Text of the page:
Before Visceral Games became a Battlefield producing factory, it started life as EA Redwood Shores. One of several subsidiary companies for the conglomerate known as Electronic Arts, EA Redwood Shores has a unique career, developing a ton of titles for EA that you would not expect to be on their resume. This includes Lord of the Rings: The Third Age, 007: From Russia with Love, The Simpsons Game, and one of the first augmented reality games ever made by a major game company, Majestic.
The first title created by EA Redwood Shores would be something more traditional though, and that would be the shoot em’ up action game Future Cop: L.A.P.D. Originally released on the PlayStation back in 1998, the game would get a Mac and Windows release a few months later, before falling into relative obscurity. Reportedly, only 200,000 copies were sold for the PS1, which is probably why the game was not given a proper sequel. It’s a shame too, because despite being weathered by age, Future Cop still has some gas left in its tank to make it worth a spot in a PlayStation fans collection.
Future Cop: L.A.P.D has you command an experimental mech called the X1-Alpha, and your goal is simple. Fight back against gangs of lunatics, mutants and robots terrorizing the mean streets of post-apocalyptic Los Angeles. The premise is relatively thin, but it’s just enough exposition to justify the gameplays design and feel, as well as the action-heavy combat that is utilized for the gameplay.
The game is gorgeous as well, especially for the time. Fully-rendered 3-D cut scenes accent a top-down camera view with a decent number of polygons on screen. There is even some color thrown in for good measure, coupled with a diverse number of enemy types and level design without frame rate issues. The graphical presentation also doesn’t look as rough or jagged as other PlayStation titles, which is a huge plus considering how rough around the edges this time period was. The sound design is also noteworthy, featuring decent voice acting in an era where voice-overs are usually laughable, and well-done sound effects accented by decent techno-battle music. The sound gives the gameplay some extra pizzazz, and certainly elevates the action on-screen.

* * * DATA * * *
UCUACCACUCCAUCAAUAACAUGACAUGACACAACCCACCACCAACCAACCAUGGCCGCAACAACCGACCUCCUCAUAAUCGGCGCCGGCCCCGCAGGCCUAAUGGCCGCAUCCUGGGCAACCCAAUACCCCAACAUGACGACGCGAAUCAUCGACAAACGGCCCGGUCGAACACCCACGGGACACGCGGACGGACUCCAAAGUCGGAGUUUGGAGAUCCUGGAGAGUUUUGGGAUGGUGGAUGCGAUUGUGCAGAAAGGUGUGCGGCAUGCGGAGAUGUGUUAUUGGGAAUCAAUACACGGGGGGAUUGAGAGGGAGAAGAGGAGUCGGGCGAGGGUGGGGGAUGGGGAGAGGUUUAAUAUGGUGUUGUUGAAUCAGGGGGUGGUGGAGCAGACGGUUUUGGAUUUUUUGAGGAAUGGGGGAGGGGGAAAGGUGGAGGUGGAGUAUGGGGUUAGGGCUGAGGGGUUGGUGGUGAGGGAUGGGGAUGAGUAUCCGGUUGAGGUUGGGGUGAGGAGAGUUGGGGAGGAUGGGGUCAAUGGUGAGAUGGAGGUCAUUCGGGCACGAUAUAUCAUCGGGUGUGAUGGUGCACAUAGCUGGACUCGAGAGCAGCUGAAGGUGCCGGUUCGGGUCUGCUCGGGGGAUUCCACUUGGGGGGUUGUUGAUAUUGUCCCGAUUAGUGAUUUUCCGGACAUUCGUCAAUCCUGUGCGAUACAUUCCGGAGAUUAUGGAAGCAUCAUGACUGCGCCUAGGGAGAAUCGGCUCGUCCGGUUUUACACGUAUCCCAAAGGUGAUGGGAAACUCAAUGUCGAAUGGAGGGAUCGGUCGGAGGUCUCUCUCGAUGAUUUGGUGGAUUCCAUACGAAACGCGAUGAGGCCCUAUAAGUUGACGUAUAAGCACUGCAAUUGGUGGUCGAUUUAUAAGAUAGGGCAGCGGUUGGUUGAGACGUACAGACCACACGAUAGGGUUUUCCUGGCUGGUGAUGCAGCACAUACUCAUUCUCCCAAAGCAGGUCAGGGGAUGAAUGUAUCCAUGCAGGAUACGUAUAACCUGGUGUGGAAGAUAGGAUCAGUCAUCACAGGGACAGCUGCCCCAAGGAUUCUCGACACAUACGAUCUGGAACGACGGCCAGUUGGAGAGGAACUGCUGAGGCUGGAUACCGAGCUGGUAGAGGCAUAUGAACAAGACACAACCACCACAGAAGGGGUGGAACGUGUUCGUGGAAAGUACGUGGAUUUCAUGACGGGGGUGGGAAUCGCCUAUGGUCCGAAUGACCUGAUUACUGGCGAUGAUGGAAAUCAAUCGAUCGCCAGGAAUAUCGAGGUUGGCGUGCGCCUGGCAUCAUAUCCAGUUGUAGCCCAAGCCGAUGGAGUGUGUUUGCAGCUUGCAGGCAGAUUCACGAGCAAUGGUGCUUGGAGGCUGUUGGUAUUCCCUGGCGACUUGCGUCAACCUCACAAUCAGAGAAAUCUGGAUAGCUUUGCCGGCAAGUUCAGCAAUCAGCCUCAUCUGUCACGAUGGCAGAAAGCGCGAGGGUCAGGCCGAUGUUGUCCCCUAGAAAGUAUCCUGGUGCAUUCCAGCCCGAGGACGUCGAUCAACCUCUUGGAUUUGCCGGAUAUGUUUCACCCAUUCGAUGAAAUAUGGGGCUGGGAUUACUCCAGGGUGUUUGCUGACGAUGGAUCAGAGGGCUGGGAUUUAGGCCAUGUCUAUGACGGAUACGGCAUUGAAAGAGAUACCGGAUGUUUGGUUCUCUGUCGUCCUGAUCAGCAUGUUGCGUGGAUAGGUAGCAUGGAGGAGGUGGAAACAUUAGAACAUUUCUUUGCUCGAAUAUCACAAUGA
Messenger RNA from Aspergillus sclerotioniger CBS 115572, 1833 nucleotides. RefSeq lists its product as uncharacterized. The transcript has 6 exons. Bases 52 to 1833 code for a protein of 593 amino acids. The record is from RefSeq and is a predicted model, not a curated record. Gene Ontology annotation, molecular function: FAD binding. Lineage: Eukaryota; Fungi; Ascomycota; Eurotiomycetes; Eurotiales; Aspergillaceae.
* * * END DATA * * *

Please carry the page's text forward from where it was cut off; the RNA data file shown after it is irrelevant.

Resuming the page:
Despite the stellar presentation, one major failing for Future Cop is the controls. Like a lot of PS1 titles, the controls are deceptively simple but require players to be impossibly fast and precise with their movements. Your mech has two modes of movement; your standard walker mode a’la Terminator, and a high speed car mode. Both modes are either too slow or too fast to maneuver with the game’s controls, leading to a lot of reorientation to get the right camera angle. The jumping mechanics are also particularly frustrating, the jump itself is very slow and so it doesn’t get you out of any pits or holes you fall into.
The drunken camera doesn’t help either, often twirling automatically to give a better view for the player and losing out on any form of depth perception in the game levels. Because it is tied to your movements, the camera twirls to be behind the player whenever they maneuver, which can lead to a disorienting view when attacking enemies. Most of my time with Future Cop was spent trying to slowly navigate levels; they were either too many tight corridors to squeeze through, or too many precise jumps to deal with in the main campaign. These design choices really brought down the experience, playing to the weaknesses of Future Cop instead of it’s strengths- being an action spectacle.